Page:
These are some example videos from the VelardeVoiceStudio YouTube channel. PRIVATE videos of parts of weekly lessons are available solely to the students whose lesson is taped. Taking video of yourself is an AMAZINGLY useful way to keep on top of your technique, each student is videoed approximately once per month.  Lesson videos are then shared privately via YouTube email invitation. Enjoy!!

OH MY GOODNESS!!  Would that we all sounded so good at age 99.  THIS is what I want all my students to be able to do when they're "old." (Magda Olivero, born March 25, 1910) Fast forward to 3min30sec to hear her sing.


Rachel singing at a fundraiser for Arizona Opera on June 6, 2009.  Find more of Rachel's singing on YouTube on her channel "rachelvelarde."


Music for the Young at Heart:



The Theremin (from Wikipedia):

The theremin (/ˈθɛrəmɪn/[1]), originally known as the aetherphone / etherophone or termenvox / thereminvox is an early electronic musical instrument controlled without contact from the player. It is named after its Russian inventor, Professor Léon Theremin, who patented the device in 1928. The controlling section usually consists of two metal antennas which sense the position of the player's hands and control oscillators for frequency with one hand, and amplitude (volume) with the other. The electric signals from the theremin are amplified and sent to a loudspeaker.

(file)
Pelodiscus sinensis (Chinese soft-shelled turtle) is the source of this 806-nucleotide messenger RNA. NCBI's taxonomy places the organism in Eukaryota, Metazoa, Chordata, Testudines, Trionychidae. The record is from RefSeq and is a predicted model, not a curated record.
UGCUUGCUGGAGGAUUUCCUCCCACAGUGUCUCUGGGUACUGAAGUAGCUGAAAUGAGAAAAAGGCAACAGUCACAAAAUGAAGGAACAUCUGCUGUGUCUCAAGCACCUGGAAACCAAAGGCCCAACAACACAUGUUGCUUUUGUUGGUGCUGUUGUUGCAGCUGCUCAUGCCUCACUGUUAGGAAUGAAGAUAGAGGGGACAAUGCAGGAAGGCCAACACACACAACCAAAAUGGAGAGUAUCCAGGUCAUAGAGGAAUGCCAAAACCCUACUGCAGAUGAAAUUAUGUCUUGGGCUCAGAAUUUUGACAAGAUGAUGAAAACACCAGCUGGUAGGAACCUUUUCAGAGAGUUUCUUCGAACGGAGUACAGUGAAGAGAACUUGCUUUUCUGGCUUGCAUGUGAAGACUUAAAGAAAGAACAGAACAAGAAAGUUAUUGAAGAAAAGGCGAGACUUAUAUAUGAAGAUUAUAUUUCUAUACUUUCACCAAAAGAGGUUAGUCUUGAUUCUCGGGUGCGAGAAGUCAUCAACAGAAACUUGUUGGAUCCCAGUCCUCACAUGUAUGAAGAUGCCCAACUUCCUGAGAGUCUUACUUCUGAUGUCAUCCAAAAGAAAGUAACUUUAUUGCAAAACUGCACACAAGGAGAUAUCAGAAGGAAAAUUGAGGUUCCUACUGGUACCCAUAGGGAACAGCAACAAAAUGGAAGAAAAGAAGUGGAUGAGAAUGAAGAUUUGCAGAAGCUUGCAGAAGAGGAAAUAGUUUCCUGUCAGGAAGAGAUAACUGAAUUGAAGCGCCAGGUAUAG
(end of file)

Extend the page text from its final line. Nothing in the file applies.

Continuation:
The theremin is associated with an eerie sound, which has led to its use in movie soundtracks such as those in Spellbound, The Lost Weekend, and The Day the Earth Stood Still. Theremins are also used in art music (especially avant-garde and 20th- and 21st-century new music) and in popular music genres such as rock.

I use the theremin as an example of what singers should hear INSIDE their head when they have the perfect legato line.  The voice is a freely vibrating instrument and should have this feeling of a strong thread (the "fila di voce") upon which the voice is "hung."



2 videos of water moving over a mill wheel - I use a lot of water analogies regarding breathing in the studio. Hope this helps those visual learners!!


Evelyn Glennie is a profoundly deaf musician who is also an amazing percussionist.  She FEELS the sound vibrations with her entire body & by doing so is changing the way we view sound as solely auditory.

 What interesting things composers can find as inspiration - this is truly a work of art!


 A challenge to parents to instill this kind of confidence in their children. A challenge to music professionals to encourage music-making in the young. Make MUSIC!!!